a pariah and the dogwood

notes from a doggish diary and other miscellany

Rustling up a doggish blog

Welcome to my dogblog. For awhile now l have been raking and collecting some mental leaves. This pile is large, collected in one place (off to the side), but with no real organization or stability, rustling and flying around pretty much willy nilly. The leaves are still rustling,  but I have started to think of how best to put them to use. (I was once given the sage advice by a gardner friend to NEVER throw away or burn leaves.  They have many uses, one being a great mulch, another being a great additive to compost). I do know that most of the ideas that have come from the rustle have been related to dogs. I call this a dogblog, and primarily, it will be so.

Continue reading “Rustling up a doggish blog”

Featured post


after the rupture,
there is this:


red  lava  belching  fire
          gushes  rusty  shards:
………….. ..withered veins slashed,
…………………….hemorrhaging briny magma:

bloody unnatural rivers
………………  …………        …..    run
………………………………      ………        black 


Continue reading “after”

The Old Dog (Vicki Hearne)

The Old Dog

The old dog
would, as a puppy

would, grab truth, gladding the air.
There were leaps

that brought trees to their height
death to its knees. She

lost no time, had nothing

to make up for. Now time
has lost itself

for her and God
did not consult me, God

moved in on her
with assault, intent.

She is limp, there
is no further motive in her.

This love
leaves an iridescent tracery

behind, a veneer that keeps
the distance between me

and the world merely a thing.

……………d          ViVicki Hearne,  “The Old Dog,” in Tricks of the Light





The final river

For the past year and a half, death has led me to one place after another, beckoning farewells to several souls who shaped my existence and continue to do so. My father recently passed, relatively young at age 70, after years of pain caused by  severe dementia. I would be appalled at anyone who would let their animal endure such cruelty. I cannot imagine the hell that would forever be mine had I forced Klutzie through such an ordeal, and I know with 100% certainty what my father would have chosen for himself had he been allowed to answer the question when he was my age. Nevertheless, most places on earth make our humans suffer until the last itty bitty moment, ensuring, usually, that those many moments before that last short one will be excruciating. I began my farewell to my father years ago, now it is final, and while I feel loss, in his case, my strongest feeling is relief that he no longer has to spend his days in fearful, painful, confusion.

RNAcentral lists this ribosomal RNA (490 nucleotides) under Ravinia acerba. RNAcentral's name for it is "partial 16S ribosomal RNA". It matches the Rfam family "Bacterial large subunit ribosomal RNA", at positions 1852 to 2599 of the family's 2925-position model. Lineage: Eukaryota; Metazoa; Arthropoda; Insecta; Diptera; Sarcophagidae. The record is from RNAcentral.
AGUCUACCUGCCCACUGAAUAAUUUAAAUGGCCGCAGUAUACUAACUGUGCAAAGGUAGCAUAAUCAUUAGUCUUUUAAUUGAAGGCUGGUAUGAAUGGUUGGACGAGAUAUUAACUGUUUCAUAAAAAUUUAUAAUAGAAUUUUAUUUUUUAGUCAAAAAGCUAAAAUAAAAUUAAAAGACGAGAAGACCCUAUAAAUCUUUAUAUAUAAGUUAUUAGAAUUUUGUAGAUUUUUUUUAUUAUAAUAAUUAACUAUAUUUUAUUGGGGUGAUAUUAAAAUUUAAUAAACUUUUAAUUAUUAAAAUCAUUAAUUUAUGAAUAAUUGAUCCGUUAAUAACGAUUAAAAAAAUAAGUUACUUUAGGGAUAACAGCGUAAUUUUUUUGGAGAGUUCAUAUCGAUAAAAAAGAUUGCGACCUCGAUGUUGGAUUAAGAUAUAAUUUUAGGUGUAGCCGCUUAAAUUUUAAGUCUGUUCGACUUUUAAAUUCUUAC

Continue reading “The final river”

At hand

Here is a poem I worked on for several months this spring and summer. First, the poem, and then, some of the backstory. 

At hand

This still, silent body under my naked palm
inhales and exhales
to the cadence of
his slow, sleepy heart.
His impossible velvet cloaks us both like
wizards growing ponderous at dusk. Continue reading “At hand”

A nose amongst noses

Doesn’t this sniffer deserve some special attention? Our new guy in town, Mowgli, walked in sporting this polka dot beauty. He is well aware of its glamour as well as the potential fame that this nose promises. He hopes his sniffer will not only live up to being the master of sniff collecting that it already is, but he also yearns  for a little (or a lot) of fame to compensate for all the effort he exerts sporting it around. His nose will warrant future comment, but for now, he wanted me to quickly introduce his lovely. He is, if you haven’t noticed, not a little bit vain about his good looks.


(2016) S. Bryghte

Finding one’s familiar


The marks of my familiar

When my dog was a bewildered, unschooled  youth, a dog yet to find himself, and he and I still new to each other, we often walked along a wooded path.  He and I would work our way, learning how to respond to all things external and internal without panic. Often we would have this path to ourselves, but on occasion we came upon others seeking the forest’s clean, quiet air.  More often than not, people skidded to a stop mid-stride as soon as they cast eyes on my puppy.

Continue reading “Finding one’s familiar”

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